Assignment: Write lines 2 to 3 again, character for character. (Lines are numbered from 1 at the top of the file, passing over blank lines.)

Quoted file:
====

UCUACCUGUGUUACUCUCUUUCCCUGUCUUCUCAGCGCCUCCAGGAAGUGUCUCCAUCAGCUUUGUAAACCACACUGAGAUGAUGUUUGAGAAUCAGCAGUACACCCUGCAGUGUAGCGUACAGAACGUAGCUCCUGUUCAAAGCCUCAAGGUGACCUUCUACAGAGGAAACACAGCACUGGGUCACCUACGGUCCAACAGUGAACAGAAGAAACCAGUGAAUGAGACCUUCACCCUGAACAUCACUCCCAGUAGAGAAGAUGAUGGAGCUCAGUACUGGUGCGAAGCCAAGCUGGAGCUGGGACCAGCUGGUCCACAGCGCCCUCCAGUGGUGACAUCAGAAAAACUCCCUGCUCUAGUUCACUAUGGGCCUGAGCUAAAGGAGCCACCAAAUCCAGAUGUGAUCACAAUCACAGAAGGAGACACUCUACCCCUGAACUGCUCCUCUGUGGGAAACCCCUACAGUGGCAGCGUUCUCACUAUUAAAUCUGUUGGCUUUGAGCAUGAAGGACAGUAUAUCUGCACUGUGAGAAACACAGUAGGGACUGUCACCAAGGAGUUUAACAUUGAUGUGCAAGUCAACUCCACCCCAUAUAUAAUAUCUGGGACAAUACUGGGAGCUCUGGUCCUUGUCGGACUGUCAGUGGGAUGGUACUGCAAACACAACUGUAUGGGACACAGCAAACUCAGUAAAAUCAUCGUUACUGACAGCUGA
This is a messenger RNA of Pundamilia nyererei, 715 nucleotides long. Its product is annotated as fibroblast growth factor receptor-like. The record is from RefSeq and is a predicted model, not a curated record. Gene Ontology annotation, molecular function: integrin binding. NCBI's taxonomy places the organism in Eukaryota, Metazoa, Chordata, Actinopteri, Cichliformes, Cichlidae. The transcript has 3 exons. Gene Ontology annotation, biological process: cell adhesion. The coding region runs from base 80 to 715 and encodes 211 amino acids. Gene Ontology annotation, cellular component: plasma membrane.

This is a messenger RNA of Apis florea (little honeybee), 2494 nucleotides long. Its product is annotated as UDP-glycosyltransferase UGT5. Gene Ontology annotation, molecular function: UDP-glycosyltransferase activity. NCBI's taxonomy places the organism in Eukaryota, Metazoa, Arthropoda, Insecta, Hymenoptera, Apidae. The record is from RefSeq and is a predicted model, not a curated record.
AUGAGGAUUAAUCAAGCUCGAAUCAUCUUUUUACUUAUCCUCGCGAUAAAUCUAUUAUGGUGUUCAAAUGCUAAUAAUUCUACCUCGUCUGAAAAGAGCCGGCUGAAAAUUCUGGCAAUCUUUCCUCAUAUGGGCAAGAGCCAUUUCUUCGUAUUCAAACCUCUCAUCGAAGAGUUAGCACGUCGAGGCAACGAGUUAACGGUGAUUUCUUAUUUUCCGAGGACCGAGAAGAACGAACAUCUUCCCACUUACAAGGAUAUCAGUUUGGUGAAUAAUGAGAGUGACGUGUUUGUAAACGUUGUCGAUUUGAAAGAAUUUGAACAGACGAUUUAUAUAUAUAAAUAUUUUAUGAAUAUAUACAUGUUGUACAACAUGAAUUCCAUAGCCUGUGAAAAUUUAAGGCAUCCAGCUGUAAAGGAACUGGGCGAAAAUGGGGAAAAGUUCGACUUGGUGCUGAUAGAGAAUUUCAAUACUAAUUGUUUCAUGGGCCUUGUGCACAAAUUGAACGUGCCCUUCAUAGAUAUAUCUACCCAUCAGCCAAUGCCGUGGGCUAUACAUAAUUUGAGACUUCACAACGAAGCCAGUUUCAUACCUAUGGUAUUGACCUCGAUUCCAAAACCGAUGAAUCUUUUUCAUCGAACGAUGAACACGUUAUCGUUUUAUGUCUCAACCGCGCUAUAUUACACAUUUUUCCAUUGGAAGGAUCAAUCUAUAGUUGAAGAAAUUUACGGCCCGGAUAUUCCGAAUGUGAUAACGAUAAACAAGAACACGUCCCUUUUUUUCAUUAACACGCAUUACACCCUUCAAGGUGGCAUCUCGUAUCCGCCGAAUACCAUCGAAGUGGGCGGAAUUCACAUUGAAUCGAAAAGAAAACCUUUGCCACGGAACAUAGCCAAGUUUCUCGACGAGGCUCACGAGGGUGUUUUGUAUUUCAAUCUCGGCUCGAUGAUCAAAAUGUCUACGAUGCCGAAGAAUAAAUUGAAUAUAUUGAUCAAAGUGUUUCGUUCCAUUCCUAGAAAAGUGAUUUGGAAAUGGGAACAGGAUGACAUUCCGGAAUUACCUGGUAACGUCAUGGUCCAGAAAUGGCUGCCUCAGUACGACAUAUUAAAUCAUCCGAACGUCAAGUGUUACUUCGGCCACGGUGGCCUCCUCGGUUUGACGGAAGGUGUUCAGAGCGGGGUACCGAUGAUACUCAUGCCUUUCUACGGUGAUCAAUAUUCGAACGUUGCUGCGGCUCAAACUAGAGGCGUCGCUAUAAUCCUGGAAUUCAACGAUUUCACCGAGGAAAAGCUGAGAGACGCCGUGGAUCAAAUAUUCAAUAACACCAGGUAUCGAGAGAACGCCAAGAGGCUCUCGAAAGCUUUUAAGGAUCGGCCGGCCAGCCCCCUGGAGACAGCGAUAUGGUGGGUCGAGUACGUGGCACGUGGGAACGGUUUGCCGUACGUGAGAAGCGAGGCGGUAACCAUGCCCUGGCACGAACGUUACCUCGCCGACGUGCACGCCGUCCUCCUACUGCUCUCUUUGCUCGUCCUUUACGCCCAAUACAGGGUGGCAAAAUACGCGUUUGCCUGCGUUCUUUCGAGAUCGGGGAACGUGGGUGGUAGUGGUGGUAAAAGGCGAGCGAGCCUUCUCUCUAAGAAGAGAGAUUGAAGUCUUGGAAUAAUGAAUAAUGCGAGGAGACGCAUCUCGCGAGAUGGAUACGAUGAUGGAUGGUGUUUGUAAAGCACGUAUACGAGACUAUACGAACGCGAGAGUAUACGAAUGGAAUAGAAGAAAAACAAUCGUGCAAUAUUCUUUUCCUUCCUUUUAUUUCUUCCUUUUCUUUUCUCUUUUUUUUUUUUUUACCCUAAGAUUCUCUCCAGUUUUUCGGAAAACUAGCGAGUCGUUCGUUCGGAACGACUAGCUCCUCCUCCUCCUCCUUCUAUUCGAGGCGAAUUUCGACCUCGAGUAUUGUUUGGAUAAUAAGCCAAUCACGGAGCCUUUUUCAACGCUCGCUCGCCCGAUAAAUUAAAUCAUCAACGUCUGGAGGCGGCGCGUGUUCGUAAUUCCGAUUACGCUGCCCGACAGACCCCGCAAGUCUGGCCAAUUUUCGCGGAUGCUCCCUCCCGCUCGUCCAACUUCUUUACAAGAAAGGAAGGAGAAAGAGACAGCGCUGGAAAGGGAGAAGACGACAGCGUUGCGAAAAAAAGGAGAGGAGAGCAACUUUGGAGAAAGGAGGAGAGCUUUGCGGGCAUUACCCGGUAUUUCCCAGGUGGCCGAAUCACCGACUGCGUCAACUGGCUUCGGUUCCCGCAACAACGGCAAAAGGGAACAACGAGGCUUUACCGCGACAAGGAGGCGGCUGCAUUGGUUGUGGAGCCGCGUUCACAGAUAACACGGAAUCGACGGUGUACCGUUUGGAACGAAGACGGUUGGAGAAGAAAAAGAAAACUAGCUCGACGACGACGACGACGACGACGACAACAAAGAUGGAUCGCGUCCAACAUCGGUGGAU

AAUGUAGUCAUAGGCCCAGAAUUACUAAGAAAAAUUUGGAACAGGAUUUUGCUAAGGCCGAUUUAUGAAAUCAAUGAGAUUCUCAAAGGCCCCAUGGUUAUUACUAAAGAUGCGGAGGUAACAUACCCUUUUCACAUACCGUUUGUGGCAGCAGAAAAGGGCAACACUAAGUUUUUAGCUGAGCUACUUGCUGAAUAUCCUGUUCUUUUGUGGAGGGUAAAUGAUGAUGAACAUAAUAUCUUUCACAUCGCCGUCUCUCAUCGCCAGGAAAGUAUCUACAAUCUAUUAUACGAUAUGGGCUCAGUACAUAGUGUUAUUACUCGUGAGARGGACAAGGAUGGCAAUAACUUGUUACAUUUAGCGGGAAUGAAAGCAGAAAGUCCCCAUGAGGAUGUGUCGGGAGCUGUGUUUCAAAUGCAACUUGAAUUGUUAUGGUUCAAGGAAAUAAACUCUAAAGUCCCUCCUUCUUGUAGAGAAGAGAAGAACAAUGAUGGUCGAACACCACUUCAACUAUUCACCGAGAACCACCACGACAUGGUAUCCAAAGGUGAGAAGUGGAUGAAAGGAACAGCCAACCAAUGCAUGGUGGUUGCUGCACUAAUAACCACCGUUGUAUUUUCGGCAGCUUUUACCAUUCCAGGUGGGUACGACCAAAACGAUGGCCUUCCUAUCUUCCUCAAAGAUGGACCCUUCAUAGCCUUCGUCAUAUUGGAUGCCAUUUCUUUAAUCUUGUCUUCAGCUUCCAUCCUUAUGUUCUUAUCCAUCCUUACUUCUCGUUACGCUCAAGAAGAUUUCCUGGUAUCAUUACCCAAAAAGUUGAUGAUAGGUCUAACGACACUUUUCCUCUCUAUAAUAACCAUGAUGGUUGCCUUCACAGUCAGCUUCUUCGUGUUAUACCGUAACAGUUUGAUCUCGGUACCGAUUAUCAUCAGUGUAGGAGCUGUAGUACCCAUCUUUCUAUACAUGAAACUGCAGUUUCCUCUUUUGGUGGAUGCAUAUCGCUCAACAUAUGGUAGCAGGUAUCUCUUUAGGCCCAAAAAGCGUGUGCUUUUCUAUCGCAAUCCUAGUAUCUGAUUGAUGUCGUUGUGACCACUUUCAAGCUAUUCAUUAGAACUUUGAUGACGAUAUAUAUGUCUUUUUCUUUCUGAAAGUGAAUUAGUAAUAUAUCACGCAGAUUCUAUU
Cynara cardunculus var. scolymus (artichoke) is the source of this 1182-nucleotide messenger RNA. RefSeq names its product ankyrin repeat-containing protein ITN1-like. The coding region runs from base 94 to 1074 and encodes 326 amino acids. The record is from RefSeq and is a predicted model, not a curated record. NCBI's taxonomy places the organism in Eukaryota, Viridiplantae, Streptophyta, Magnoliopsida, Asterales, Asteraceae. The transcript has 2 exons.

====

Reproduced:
This is a messenger RNA of Pundamilia nyererei, 715 nucleotides long. Its product is annotated as fibroblast growth factor receptor-like. The record is from RefSeq and is a predicted model, not a curated record. Gene Ontology annotation, molecular function: integrin binding. NCBI's taxonomy places the organism in Eukaryota, Metazoa, Chordata, Actinopteri, Cichliformes, Cichlidae. The transcript has 3 exons. Gene Ontology annotation, biological process: cell adhesion. The coding region runs from base 80 to 715 and encodes 211 amino acids. Gene Ontology annotation, cellular component: plasma membrane.

This is a messenger RNA of Apis florea (little honeybee), 2494 nucleotides long. Its product is annotated as UDP-glycosyltransferase UGT5. Gene Ontology annotation, molecular function: UDP-glycosyltransferase activity. NCBI's taxonomy places the organism in Eukaryota, Metazoa, Arthropoda, Insecta, Hymenoptera, Apidae. The record is from RefSeq and is a predicted model, not a curated record.